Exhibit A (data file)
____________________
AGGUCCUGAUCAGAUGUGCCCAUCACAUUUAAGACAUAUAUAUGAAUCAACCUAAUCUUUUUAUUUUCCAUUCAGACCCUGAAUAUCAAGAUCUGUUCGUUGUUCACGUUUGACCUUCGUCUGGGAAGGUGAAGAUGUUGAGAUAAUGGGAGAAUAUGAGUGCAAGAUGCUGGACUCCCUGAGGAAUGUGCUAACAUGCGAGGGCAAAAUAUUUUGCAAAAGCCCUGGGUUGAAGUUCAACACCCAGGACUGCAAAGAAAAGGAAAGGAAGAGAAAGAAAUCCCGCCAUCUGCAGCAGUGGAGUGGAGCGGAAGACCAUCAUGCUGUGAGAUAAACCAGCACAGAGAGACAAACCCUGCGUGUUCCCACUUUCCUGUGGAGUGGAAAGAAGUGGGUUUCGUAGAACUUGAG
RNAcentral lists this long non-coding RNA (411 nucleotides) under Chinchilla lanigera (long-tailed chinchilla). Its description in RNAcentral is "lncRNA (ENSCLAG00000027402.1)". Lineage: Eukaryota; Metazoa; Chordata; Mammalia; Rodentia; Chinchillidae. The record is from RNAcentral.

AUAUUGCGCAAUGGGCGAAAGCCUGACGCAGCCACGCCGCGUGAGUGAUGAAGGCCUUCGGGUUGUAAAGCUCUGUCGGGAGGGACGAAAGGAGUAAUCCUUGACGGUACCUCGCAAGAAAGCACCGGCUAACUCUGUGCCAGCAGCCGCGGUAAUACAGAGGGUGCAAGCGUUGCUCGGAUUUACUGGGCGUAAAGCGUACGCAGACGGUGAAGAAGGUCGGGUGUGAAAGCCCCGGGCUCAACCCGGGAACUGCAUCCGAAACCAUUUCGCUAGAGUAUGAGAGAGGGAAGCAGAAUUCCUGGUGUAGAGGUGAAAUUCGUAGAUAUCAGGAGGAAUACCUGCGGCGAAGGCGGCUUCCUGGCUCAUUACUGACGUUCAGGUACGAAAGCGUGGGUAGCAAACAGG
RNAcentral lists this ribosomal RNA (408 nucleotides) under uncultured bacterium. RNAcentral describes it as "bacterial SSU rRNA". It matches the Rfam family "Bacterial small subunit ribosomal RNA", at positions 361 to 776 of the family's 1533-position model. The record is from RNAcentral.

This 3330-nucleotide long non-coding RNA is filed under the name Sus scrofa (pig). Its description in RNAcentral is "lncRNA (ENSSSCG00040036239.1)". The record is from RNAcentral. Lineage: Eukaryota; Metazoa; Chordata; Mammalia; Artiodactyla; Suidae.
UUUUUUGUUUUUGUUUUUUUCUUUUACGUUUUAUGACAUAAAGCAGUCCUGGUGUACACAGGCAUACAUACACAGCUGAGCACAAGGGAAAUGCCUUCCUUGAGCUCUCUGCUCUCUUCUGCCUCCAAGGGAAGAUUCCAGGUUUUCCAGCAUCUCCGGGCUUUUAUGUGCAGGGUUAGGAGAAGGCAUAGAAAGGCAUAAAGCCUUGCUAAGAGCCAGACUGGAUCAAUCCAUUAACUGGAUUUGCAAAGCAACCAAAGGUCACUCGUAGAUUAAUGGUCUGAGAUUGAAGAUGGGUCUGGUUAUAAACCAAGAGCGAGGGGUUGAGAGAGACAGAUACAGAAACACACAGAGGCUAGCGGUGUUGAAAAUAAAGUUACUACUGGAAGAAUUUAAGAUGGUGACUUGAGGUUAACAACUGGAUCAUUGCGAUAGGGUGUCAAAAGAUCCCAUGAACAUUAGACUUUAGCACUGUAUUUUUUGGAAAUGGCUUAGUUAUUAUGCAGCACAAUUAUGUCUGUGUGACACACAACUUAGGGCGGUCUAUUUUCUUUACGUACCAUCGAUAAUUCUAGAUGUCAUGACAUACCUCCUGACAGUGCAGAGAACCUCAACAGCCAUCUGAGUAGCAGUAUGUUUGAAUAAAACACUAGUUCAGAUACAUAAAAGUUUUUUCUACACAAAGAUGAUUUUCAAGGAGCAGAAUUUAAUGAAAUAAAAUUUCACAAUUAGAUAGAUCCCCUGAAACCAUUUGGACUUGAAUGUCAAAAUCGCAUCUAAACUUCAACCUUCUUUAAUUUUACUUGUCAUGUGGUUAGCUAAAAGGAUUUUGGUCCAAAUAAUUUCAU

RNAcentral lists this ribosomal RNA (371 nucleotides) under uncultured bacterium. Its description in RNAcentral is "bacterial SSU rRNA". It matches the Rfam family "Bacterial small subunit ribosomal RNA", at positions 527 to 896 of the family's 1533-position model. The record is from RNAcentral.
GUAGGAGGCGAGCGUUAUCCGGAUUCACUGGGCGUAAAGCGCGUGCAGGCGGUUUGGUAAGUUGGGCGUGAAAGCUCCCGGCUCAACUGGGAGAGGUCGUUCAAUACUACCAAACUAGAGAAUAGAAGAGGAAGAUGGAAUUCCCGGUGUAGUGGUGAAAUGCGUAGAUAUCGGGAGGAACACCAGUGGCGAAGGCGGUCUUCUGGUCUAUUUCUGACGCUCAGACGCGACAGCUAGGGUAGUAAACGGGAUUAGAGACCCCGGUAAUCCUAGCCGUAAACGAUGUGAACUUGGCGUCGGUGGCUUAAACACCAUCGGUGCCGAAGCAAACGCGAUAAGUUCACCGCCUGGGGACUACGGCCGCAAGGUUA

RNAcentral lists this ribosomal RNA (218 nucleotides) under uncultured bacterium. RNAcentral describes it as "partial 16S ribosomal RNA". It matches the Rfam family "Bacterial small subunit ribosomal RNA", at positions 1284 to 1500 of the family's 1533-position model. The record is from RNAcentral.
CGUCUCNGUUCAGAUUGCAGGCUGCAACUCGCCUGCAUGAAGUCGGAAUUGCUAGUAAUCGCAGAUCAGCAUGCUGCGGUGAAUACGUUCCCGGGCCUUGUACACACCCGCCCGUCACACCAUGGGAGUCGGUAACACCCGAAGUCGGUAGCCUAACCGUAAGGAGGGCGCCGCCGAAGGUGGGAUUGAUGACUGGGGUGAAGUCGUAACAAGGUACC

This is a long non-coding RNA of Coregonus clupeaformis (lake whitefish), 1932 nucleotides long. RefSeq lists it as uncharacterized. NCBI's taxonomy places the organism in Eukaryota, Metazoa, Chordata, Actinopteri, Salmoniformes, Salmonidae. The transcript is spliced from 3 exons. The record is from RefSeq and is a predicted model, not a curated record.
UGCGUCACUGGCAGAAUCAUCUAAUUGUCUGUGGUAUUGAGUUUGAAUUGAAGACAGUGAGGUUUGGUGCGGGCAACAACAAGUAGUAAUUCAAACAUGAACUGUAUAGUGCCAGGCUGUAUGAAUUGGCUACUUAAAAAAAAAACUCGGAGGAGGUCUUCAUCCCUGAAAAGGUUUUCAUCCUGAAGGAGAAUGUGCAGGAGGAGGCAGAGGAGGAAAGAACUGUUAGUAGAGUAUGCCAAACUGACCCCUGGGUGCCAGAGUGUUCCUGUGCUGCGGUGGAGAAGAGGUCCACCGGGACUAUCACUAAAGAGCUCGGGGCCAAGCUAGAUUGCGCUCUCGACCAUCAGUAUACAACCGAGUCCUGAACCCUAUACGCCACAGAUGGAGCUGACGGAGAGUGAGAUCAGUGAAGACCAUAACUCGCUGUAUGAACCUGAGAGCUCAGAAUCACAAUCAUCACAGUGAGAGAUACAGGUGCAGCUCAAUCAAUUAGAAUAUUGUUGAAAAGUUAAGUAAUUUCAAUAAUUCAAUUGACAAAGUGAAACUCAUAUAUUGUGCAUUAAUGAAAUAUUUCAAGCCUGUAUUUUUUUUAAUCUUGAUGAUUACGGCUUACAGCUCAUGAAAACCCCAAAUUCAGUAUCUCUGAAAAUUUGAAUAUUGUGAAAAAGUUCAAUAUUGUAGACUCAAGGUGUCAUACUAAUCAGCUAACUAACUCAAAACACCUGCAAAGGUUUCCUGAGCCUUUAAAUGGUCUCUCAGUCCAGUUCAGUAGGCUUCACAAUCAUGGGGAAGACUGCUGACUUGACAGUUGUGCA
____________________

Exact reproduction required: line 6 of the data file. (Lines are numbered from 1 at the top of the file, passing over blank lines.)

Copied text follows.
UUUUUUGUUUUUGUUUUUUUCUUUUACGUUUUAUGACAUAAAGCAGUCCUGGUGUACACAGGCAUACAUACACAGCUGAGCACAAGGGAAAUGCCUUCCUUGAGCUCUCUGCUCUCUUCUGCCUCCAAGGGAAGAUUCCAGGUUUUCCAGCAUCUCCGGGCUUUUAUGUGCAGGGUUAGGAGAAGGCAUAGAAAGGCAUAAAGCCUUGCUAAGAGCCAGACUGGAUCAAUCCAUUAACUGGAUUUGCAAAGCAACCAAAGGUCACUCGUAGAUUAAUGGUCUGAGAUUGAAGAUGGGUCUGGUUAUAAACCAAGAGCGAGGGGUUGAGAGAGACAGAUACAGAAACACACAGAGGCUAGCGGUGUUGAAAAUAAAGUUACUACUGGAAGAAUUUAAGAUGGUGACUUGAGGUUAACAACUGGAUCAUUGCGAUAGGGUGUCAAAAGAUCCCAUGAACAUUAGACUUUAGCACUGUAUUUUUUGGAAAUGGCUUAGUUAUUAUGCAGCACAAUUAUGUCUGUGUGACACACAACUUAGGGCGGUCUAUUUUCUUUACGUACCAUCGAUAAUUCUAGAUGUCAUGACAUACCUCCUGACAGUGCAGAGAACCUCAACAGCCAUCUGAGUAGCAGUAUGUUUGAAUAAAACACUAGUUCAGAUACAUAAAAGUUUUUUCUACACAAAGAUGAUUUUCAAGGAGCAGAAUUUAAUGAAAUAAAAUUUCACAAUUAGAUAGAUCCCCUGAAACCAUUUGGACUUGAAUGUCAAAAUCGCAUCUAAACUUCAACCUUCUUUAAUUUUACUUGUCAUGUGGUUAGCUAAAAGGAUUUUGGUCCAAAUAAUUUCAU